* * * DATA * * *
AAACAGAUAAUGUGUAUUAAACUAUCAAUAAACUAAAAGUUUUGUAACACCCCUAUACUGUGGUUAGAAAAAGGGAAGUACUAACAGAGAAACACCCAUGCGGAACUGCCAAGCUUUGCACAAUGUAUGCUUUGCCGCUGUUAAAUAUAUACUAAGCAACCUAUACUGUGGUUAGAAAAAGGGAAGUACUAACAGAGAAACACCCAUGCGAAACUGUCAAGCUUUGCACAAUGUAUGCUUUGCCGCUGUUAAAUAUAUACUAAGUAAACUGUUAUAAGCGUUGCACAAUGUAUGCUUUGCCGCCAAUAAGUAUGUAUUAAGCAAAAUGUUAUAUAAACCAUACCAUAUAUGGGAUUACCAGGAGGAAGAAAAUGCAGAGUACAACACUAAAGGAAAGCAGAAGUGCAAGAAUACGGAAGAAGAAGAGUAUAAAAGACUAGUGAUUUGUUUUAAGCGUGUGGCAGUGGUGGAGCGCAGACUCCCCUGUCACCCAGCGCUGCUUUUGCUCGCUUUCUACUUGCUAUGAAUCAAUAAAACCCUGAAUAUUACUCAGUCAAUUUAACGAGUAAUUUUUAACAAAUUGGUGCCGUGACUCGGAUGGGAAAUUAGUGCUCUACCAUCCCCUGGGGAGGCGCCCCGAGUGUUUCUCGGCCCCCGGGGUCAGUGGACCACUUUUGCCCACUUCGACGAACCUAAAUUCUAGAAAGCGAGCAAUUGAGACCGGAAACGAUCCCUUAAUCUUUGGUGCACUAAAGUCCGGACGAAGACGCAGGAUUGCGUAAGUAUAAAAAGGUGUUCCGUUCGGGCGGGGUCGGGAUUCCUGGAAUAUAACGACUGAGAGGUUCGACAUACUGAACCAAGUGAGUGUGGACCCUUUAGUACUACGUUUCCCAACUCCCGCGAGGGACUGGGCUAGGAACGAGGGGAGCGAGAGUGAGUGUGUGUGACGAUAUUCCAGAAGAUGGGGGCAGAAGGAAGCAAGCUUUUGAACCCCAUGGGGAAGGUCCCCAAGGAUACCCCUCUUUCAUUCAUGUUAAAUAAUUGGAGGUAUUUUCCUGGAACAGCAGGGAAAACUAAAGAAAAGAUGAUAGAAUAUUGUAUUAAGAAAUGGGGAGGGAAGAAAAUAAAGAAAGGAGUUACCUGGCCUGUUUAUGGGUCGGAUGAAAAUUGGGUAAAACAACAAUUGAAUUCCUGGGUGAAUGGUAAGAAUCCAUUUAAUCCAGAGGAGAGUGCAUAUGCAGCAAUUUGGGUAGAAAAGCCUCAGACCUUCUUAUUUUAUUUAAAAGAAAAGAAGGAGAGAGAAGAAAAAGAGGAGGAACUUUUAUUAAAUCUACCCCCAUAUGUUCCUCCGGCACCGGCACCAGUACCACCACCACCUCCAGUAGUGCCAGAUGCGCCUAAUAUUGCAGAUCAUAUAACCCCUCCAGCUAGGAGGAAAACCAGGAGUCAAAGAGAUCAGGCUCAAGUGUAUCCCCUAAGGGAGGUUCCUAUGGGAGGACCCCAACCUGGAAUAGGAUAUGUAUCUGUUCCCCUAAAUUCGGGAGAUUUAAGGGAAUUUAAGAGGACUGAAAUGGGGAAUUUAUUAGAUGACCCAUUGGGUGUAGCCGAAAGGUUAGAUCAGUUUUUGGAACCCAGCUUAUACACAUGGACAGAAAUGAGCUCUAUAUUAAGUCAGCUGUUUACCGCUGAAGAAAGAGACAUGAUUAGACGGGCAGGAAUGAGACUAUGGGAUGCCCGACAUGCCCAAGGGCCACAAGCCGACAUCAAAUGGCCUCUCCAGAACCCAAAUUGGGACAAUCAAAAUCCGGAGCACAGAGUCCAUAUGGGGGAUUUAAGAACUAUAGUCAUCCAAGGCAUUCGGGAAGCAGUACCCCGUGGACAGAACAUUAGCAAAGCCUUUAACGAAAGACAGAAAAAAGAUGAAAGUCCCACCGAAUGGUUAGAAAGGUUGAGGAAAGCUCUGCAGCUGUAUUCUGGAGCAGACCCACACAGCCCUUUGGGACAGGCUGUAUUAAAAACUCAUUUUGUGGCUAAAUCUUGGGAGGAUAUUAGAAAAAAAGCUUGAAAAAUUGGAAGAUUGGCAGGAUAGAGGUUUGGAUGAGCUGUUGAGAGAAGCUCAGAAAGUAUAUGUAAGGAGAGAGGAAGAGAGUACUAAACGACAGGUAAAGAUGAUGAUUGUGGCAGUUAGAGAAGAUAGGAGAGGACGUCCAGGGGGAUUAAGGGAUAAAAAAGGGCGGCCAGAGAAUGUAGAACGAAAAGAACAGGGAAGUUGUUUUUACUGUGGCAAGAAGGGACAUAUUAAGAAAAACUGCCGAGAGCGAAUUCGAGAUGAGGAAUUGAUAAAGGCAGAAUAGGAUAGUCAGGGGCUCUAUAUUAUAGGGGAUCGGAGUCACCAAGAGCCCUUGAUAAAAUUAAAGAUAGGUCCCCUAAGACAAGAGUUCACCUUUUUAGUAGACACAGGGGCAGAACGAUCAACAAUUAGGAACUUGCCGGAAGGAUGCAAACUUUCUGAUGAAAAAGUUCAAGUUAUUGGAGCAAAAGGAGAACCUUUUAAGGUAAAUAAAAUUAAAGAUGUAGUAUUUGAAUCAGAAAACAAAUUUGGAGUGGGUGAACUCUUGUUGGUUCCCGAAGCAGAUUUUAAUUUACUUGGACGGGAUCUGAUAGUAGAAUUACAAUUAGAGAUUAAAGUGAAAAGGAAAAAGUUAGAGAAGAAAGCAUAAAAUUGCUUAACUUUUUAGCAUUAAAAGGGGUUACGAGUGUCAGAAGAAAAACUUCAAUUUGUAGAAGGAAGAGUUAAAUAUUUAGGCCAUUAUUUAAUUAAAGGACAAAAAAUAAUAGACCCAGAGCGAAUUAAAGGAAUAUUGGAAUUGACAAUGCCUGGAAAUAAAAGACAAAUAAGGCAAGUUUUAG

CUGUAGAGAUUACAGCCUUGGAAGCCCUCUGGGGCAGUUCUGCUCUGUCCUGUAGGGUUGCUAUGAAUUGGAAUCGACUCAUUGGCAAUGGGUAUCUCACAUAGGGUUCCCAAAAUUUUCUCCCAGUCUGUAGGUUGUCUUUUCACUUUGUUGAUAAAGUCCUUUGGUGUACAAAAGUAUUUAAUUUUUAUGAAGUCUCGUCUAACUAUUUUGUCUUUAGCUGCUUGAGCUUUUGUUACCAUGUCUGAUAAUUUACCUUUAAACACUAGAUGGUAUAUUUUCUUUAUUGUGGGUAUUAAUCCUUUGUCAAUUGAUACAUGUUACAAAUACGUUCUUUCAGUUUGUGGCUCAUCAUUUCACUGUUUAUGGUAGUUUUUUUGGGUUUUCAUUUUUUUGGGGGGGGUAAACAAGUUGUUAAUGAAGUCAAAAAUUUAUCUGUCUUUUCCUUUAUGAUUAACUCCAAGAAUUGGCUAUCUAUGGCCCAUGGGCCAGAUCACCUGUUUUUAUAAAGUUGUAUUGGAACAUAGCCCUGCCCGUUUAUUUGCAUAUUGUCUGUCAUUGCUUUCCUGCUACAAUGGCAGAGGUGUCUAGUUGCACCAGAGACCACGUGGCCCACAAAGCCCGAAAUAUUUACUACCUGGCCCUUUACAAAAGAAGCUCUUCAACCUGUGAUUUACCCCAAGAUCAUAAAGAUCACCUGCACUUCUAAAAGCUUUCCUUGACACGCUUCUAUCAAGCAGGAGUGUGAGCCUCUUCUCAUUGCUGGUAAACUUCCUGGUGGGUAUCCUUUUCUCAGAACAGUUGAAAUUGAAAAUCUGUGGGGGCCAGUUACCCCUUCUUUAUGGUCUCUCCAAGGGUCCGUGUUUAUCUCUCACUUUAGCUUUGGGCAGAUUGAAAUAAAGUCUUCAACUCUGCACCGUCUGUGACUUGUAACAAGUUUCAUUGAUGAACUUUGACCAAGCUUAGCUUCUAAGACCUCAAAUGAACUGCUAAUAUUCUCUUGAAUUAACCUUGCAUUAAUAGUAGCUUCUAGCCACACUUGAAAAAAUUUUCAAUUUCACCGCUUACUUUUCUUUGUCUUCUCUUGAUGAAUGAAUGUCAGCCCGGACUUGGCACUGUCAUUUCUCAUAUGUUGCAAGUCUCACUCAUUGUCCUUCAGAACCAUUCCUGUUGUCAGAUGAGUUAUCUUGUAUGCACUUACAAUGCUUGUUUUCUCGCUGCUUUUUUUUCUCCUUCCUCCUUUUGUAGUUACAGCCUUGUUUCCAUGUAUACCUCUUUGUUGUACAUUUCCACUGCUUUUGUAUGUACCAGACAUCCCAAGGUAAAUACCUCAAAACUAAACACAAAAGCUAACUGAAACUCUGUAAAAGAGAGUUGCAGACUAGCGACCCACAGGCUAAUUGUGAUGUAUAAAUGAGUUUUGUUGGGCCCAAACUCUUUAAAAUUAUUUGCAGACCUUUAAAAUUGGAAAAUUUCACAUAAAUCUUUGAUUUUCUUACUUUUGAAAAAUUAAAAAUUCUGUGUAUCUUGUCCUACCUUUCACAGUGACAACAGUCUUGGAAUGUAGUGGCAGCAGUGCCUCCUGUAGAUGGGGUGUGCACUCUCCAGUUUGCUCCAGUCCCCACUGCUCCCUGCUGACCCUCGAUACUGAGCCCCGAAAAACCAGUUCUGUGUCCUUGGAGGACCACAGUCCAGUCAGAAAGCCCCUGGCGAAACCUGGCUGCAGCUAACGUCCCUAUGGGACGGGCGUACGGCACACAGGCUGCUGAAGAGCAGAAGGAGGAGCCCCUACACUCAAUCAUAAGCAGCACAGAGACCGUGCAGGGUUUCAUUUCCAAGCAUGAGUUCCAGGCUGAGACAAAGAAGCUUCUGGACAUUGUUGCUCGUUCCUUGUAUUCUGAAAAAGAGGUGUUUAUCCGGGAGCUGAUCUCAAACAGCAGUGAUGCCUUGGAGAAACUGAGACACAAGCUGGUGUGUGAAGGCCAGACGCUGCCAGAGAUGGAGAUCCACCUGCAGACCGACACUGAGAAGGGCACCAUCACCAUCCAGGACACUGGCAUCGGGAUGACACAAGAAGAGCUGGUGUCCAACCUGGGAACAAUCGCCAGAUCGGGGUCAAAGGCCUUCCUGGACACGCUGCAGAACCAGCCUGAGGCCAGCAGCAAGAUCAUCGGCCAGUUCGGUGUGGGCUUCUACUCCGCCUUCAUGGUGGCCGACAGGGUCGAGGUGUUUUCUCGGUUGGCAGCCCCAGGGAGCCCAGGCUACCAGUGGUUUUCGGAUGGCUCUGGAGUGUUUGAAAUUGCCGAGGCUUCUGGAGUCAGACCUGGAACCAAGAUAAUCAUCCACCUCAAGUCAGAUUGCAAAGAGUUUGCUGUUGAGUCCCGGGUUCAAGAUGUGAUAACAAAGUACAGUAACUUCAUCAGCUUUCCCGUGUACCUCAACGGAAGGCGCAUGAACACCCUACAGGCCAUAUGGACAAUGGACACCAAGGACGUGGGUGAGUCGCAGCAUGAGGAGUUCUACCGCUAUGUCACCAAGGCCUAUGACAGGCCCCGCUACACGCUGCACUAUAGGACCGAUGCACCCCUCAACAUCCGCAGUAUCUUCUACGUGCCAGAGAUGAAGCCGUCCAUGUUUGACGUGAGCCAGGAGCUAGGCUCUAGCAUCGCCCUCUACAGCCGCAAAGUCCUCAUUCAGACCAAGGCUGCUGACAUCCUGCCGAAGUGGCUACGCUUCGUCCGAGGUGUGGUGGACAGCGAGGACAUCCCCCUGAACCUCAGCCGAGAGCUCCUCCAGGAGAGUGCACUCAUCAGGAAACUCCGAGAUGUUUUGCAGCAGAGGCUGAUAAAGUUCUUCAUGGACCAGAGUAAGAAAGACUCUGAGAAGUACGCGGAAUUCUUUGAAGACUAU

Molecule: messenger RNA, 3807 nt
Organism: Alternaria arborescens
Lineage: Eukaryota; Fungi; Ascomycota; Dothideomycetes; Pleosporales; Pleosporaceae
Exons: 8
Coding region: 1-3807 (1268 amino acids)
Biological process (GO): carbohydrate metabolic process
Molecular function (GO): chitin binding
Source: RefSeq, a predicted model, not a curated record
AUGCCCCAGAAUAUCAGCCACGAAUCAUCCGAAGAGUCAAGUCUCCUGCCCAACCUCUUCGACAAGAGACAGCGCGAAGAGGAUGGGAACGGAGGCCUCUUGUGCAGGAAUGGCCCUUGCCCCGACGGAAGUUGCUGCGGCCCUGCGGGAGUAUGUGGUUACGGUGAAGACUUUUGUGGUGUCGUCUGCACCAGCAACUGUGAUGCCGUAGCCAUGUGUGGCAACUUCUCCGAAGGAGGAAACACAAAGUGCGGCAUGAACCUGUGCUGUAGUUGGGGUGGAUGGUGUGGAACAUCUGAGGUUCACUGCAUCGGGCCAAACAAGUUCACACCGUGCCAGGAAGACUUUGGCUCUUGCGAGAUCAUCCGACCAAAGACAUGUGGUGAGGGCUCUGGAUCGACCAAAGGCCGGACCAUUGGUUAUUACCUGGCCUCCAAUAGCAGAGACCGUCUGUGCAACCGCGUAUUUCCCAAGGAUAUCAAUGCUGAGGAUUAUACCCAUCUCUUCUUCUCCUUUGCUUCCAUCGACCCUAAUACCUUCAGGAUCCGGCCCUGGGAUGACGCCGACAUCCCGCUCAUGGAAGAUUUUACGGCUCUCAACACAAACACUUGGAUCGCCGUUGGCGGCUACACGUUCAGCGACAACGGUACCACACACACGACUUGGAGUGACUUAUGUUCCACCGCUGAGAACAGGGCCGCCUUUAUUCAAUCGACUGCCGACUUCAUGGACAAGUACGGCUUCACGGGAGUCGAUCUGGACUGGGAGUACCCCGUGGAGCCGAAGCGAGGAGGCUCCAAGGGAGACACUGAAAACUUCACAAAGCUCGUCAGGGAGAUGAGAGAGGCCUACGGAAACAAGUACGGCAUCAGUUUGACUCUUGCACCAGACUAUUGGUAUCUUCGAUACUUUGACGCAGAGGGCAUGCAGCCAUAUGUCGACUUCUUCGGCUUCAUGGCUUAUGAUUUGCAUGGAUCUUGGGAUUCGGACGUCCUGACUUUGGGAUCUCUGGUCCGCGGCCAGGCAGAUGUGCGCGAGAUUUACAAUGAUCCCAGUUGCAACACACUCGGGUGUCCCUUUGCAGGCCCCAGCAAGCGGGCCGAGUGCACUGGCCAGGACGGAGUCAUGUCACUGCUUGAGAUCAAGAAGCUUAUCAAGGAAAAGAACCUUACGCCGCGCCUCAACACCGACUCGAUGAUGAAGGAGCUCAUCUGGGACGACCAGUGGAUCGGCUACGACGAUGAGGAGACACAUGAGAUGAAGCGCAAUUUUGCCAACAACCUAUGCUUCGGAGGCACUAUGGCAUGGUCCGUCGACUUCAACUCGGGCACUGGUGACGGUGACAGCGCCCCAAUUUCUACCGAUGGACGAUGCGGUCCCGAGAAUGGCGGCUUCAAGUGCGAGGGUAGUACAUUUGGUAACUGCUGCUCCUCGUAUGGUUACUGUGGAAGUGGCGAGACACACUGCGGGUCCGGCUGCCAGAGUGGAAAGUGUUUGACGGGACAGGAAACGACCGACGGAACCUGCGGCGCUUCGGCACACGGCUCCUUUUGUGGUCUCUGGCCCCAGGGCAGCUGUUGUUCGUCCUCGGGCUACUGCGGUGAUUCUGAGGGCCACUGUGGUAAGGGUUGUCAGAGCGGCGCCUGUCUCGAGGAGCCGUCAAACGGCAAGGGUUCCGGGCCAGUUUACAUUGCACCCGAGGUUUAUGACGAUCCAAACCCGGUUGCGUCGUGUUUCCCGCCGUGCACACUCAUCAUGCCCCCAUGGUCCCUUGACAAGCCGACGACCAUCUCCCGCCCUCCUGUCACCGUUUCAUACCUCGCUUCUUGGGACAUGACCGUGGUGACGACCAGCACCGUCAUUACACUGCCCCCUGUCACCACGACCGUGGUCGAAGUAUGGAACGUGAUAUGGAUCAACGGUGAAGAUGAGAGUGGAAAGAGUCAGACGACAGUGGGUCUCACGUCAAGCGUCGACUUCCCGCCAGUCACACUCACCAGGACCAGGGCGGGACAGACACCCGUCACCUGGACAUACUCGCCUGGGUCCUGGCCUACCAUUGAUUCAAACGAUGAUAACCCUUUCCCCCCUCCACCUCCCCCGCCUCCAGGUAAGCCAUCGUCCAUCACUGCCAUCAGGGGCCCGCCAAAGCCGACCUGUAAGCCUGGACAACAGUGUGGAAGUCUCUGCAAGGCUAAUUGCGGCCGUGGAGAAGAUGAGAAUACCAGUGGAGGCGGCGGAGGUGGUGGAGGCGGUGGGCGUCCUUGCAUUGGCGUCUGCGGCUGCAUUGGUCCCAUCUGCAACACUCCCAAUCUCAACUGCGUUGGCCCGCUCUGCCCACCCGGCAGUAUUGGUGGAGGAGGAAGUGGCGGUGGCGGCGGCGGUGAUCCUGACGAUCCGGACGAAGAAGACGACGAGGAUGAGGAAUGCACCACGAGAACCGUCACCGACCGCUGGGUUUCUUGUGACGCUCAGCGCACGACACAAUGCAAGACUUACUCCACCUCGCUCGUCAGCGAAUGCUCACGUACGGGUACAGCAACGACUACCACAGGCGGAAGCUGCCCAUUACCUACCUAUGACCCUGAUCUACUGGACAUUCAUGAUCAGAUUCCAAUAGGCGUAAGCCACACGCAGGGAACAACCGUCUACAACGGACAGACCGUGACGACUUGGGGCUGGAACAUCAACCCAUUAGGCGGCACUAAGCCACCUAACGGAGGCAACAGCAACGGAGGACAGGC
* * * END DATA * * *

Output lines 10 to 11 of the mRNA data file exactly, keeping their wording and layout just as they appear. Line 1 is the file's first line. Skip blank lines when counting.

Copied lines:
Source: RefSeq, a predicted model, not a curated record
AUGCCCCAGAAUAUCAGCCACGAAUCAUCCGAAGAGUCAAGUCUCCUGCCCAACCUCUUCGACAAGAGACAGCGCGAAGAGGAUGGGAACGGAGGCCUCUUGUGCAGGAAUGGCCCUUGCCCCGACGGAAGUUGCUGCGGCCCUGCGGGAGUAUGUGGUUACGGUGAAGACUUUUGUGGUGUCGUCUGCACCAGCAACUGUGAUGCCGUAGCCAUGUGUGGCAACUUCUCCGAAGGAGGAAACACAAAGUGCGGCAUGAACCUGUGCUGUAGUUGGGGUGGAUGGUGUGGAACAUCUGAGGUUCACUGCAUCGGGCCAAACAAGUUCACACCGUGCCAGGAAGACUUUGGCUCUUGCGAGAUCAUCCGACCAAAGACAUGUGGUGAGGGCUCUGGAUCGACCAAAGGCCGGACCAUUGGUUAUUACCUGGCCUCCAAUAGCAGAGACCGUCUGUGCAACCGCGUAUUUCCCAAGGAUAUCAAUGCUGAGGAUUAUACCCAUCUCUUCUUCUCCUUUGCUUCCAUCGACCCUAAUACCUUCAGGAUCCGGCCCUGGGAUGACGCCGACAUCCCGCUCAUGGAAGAUUUUACGGCUCUCAACACAAACACUUGGAUCGCCGUUGGCGGCUACACGUUCAGCGACAACGGUACCACACACACGACUUGGAGUGACUUAUGUUCCACCGCUGAGAACAGGGCCGCCUUUAUUCAAUCGACUGCCGACUUCAUGGACAAGUACGGCUUCACGGGAGUCGAUCUGGACUGGGAGUACCCCGUGGAGCCGAAGCGAGGAGGCUCCAAGGGAGACACUGAAAACUUCACAAAGCUCGUCAGGGAGAUGAGAGAGGCCUACGGAAACAAGUACGGCAUCAGUUUGACUCUUGCACCAGACUAUUGGUAUCUUCGAUACUUUGACGCAGAGGGCAUGCAGCCAUAUGUCGACUUCUUCGGCUUCAUGGCUUAUGAUUUGCAUGGAUCUUGGGAUUCGGACGUCCUGACUUUGGGAUCUCUGGUCCGCGGCCAGGCAGAUGUGCGCGAGAUUUACAAUGAUCCCAGUUGCAACACACUCGGGUGUCCCUUUGCAGGCCCCAGCAAGCGGGCCGAGUGCACUGGCCAGGACGGAGUCAUGUCACUGCUUGAGAUCAAGAAGCUUAUCAAGGAAAAGAACCUUACGCCGCGCCUCAACACCGACUCGAUGAUGAAGGAGCUCAUCUGGGACGACCAGUGGAUCGGCUACGACGAUGAGGAGACACAUGAGAUGAAGCGCAAUUUUGCCAACAACCUAUGCUUCGGAGGCACUAUGGCAUGGUCCGUCGACUUCAACUCGGGCACUGGUGACGGUGACAGCGCCCCAAUUUCUACCGAUGGACGAUGCGGUCCCGAGAAUGGCGGCUUCAAGUGCGAGGGUAGUACAUUUGGUAACUGCUGCUCCUCGUAUGGUUACUGUGGAAGUGGCGAGACACACUGCGGGUCCGGCUGCCAGAGUGGAAAGUGUUUGACGGGACAGGAAACGACCGACGGAACCUGCGGCGCUUCGGCACACGGCUCCUUUUGUGGUCUCUGGCCCCAGGGCAGCUGUUGUUCGUCCUCGGGCUACUGCGGUGAUUCUGAGGGCCACUGUGGUAAGGGUUGUCAGAGCGGCGCCUGUCUCGAGGAGCCGUCAAACGGCAAGGGUUCCGGGCCAGUUUACAUUGCACCCGAGGUUUAUGACGAUCCAAACCCGGUUGCGUCGUGUUUCCCGCCGUGCACACUCAUCAUGCCCCCAUGGUCCCUUGACAAGCCGACGACCAUCUCCCGCCCUCCUGUCACCGUUUCAUACCUCGCUUCUUGGGACAUGACCGUGGUGACGACCAGCACCGUCAUUACACUGCCCCCUGUCACCACGACCGUGGUCGAAGUAUGGAACGUGAUAUGGAUCAACGGUGAAGAUGAGAGUGGAAAGAGUCAGACGACAGUGGGUCUCACGUCAAGCGUCGACUUCCCGCCAGUCACACUCACCAGGACCAGGGCGGGACAGACACCCGUCACCUGGACAUACUCGCCUGGGUCCUGGCCUACCAUUGAUUCAAACGAUGAUAACCCUUUCCCCCCUCCACCUCCCCCGCCUCCAGGUAAGCCAUCGUCCAUCACUGCCAUCAGGGGCCCGCCAAAGCCGACCUGUAAGCCUGGACAACAGUGUGGAAGUCUCUGCAAGGCUAAUUGCGGCCGUGGAGAAGAUGAGAAUACCAGUGGAGGCGGCGGAGGUGGUGGAGGCGGUGGGCGUCCUUGCAUUGGCGUCUGCGGCUGCAUUGGUCCCAUCUGCAACACUCCCAAUCUCAACUGCGUUGGCCCGCUCUGCCCACCCGGCAGUAUUGGUGGAGGAGGAAGUGGCGGUGGCGGCGGCGGUGAUCCUGACGAUCCGGACGAAGAAGACGACGAGGAUGAGGAAUGCACCACGAGAACCGUCACCGACCGCUGGGUUUCUUGUGACGCUCAGCGCACGACACAAUGCAAGACUUACUCCACCUCGCUCGUCAGCGAAUGCUCACGUACGGGUACAGCAACGACUACCACAGGCGGAAGCUGCCCAUUACCUACCUAUGACCCUGAUCUACUGGACAUUCAUGAUCAGAUUCCAAUAGGCGUAAGCCACACGCAGGGAACAACCGUCUACAACGGACAGACCGUGACGACUUGGGGCUGGAACAUCAACCCAUUAGGCGGCACUAAGCCACCUAACGGAGGCAACAGCAACGGAGGACAGGC